For those who do survive the journey, whether by sea or through long land routes, conditions within the walls of the European Fortress don’t fare much better. Some reach only to be pushed back shortly after arriving. According to Human Rights Watch, Bulgarian border police have returned people seeking asylum back to Turkey without following proper procedures, violating the international principle of non-refoulement that prohibits sending an individual back to a place where he or she may face persecution. Many of those not sent back immediately are held for indefinite periods in detention centers along Europe’s southern periphery, notorious for poor and squalid conditions .The situation is particularly worrisome in Greece, where the UN Special Rapporteur on the human rights of migrants reported conditions in which migrants and detainees had limited access to toilets, lacked heating and hot water, and were without adequate medical services.

Despite these perilous conditions and the continued surge in migration, the European Union still lacks an effective and cohesive approach to the issue. Inherent weaknesses in the Common European Asylum System include measures such as the Dublin Regulation that require that the first country in which an asylum seeker enters the EU be responsible for the asylum claim. Although recently recast in June 2013 to include stronger protection measures such as the asylum seeker’s right to information and an appeal against a transfer condition, the fundamental flaw of the Dublin Regulation is that it assumes protection measures are equal across EU member states.

Several countries have individually taken measures to address the problem. Sweden has agreed to offer temporary residence to all Syrian refugees. Germany agreed to offer temporary residency to an additional 10,000 Syrian refugees. These individual responses must be integrated within a larger regional response to address a problem for which such an uneven share of the burden falls on Southern European states. Last October, Italy launched Operation Mare Nostrum, a humanitarian operation to rescue boats arriving on Italian coasts in response to the hundreds of deaths that occurred in 2013. However, with its estimated cost of $2 million a month, Italy has repeatedly stated that without more financial assistance from the EU the operation cannot be sustained.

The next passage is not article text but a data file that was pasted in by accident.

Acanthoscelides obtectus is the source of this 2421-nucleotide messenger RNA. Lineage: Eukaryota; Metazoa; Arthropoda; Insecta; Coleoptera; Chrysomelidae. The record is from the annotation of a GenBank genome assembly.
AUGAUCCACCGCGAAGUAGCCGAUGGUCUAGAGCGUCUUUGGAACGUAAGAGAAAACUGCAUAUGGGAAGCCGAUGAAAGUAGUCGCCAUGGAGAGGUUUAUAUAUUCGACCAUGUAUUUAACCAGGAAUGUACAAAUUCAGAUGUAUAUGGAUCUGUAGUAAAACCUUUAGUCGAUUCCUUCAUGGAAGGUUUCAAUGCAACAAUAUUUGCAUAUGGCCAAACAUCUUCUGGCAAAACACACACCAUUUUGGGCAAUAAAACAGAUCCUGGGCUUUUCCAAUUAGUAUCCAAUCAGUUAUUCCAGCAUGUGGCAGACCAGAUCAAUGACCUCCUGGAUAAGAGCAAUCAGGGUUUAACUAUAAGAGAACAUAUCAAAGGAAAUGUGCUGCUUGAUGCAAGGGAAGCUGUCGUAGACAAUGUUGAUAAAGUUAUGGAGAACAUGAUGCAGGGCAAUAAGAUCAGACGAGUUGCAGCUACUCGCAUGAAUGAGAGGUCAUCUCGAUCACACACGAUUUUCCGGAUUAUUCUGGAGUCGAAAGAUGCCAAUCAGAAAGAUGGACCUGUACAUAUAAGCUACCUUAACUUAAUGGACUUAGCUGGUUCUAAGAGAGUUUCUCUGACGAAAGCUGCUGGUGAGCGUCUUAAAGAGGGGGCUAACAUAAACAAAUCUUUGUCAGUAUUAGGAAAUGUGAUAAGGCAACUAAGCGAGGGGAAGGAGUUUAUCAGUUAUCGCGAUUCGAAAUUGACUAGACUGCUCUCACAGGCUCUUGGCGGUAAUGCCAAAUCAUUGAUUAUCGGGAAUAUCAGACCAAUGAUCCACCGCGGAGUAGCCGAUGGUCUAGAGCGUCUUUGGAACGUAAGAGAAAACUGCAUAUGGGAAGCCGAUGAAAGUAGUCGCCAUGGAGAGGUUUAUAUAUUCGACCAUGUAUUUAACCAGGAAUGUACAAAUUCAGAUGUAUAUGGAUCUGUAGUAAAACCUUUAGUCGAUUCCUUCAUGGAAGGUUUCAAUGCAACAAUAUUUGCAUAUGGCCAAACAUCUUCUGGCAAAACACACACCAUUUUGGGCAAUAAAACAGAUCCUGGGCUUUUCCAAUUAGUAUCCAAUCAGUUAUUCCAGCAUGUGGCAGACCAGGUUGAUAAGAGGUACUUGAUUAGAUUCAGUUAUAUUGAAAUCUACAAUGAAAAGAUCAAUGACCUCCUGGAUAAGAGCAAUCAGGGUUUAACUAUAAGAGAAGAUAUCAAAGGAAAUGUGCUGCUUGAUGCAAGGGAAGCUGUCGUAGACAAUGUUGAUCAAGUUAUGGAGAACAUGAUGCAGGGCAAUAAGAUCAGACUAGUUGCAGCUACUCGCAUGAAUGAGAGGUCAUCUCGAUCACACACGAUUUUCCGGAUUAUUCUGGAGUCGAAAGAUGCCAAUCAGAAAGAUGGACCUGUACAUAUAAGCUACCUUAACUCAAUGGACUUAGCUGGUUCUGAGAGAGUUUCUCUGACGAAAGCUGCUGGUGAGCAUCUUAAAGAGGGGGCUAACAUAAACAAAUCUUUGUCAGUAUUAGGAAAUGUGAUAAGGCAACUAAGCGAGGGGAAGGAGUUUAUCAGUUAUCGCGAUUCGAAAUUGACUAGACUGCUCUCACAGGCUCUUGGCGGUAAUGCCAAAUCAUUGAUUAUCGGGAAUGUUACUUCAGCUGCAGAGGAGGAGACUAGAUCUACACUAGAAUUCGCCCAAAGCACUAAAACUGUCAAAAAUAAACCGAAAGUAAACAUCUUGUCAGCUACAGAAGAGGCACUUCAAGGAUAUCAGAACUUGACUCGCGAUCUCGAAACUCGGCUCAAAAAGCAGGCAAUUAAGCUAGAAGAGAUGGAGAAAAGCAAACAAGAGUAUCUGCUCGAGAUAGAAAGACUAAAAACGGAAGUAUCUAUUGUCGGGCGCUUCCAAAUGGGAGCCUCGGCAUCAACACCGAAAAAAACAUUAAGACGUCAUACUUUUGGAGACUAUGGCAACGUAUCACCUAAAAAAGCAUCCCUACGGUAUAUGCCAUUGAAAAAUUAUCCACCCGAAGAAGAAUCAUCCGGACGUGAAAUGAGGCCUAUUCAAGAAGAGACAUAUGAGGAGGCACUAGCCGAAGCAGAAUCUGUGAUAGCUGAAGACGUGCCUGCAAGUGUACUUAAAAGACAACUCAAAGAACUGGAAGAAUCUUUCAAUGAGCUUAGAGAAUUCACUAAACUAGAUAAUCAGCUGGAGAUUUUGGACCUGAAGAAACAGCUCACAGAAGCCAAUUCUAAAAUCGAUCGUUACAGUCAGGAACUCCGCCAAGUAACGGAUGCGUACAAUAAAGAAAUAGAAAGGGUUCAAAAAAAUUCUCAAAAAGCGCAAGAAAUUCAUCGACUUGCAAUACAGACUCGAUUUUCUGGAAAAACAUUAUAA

Other responses so far have asymmetrically focused on keeping migrants and asylum seekers out rather than seeking sustainable solutions. Last December, the EU launched the European Border Surveillance System (Eurosur) to monitor the EU’s external borders and work with the Frontex border protection agency to coordinate measures to intercept migrant boats before they reach European entry points and force them back. Other restrictive policies include an approximately 8-mile fence in Greece along its Turkish border. A similar boundary is currently in construction along the Bulgarian-Turkish border. However, a “migration policy” consisting of tightened security and taller walls addresses neither the on-going human rights abuses nor the systematic problem itself.

As history suggests, migrants and asylum seekers are easy scapegoats in situations of high unemployment and stagnating economies, so migration issues become highly politicized and toxic at national levels. In addition, the large influx of migrants and asylum seekers, especially Muslims, is fostering xenophobic and racist sentiments across the continent. Migrants are continuously discriminated against for their failure to integrate within society and for diluting the strong cultures and values of Western societies. In Greece, Operation Xenios Zeus has subjected thousands of people presumed to be undocumented migrants to abusive searches on the streets and the arbitrary deprivation of liberty on the basis of ethnic profiling.

The recent gains by far-right populist groups in the EU parliamentary elections in countries such as France, the United Kingdom, and Denmark signal that at a time when situations in conflict-ridden countries in the Middle East and Sub-Saharan Africa are continually deteriorating, Europe is moving even farther away from finding an efficient and coordinated approach to the migration issue. The “less Europe” stance of these groups will push migration and asylum issues deeper into the realm of national rather than European interests, likely resulting in harsh and restrictive policies rather than those that respect the rights of asylum seekers and migrants.

Though a continent that takes pride in upholding values such as human dignity and equality, Europe’s response to mass migration thus far has brought this commitment to respecting human rights into question. Finding a sustainable solution to an issue as complex and multifaceted as mass-migration is not easy, but rescuing people from perilous conditions and offering at least temporary asylum for those fleeing conflict should not be a politicized issue that falls victim to the “more-Europe” versus “less-Europe” debate. If Europe doesn’t see the migration issue as a fundamental question of protecting human rights first, it is not the cultures that European nationalists claim are being eroded as a result of mass migration that are endangered, it is the continent’s identity as a beacon of humanism.

 

Image Source: Reuters, 2009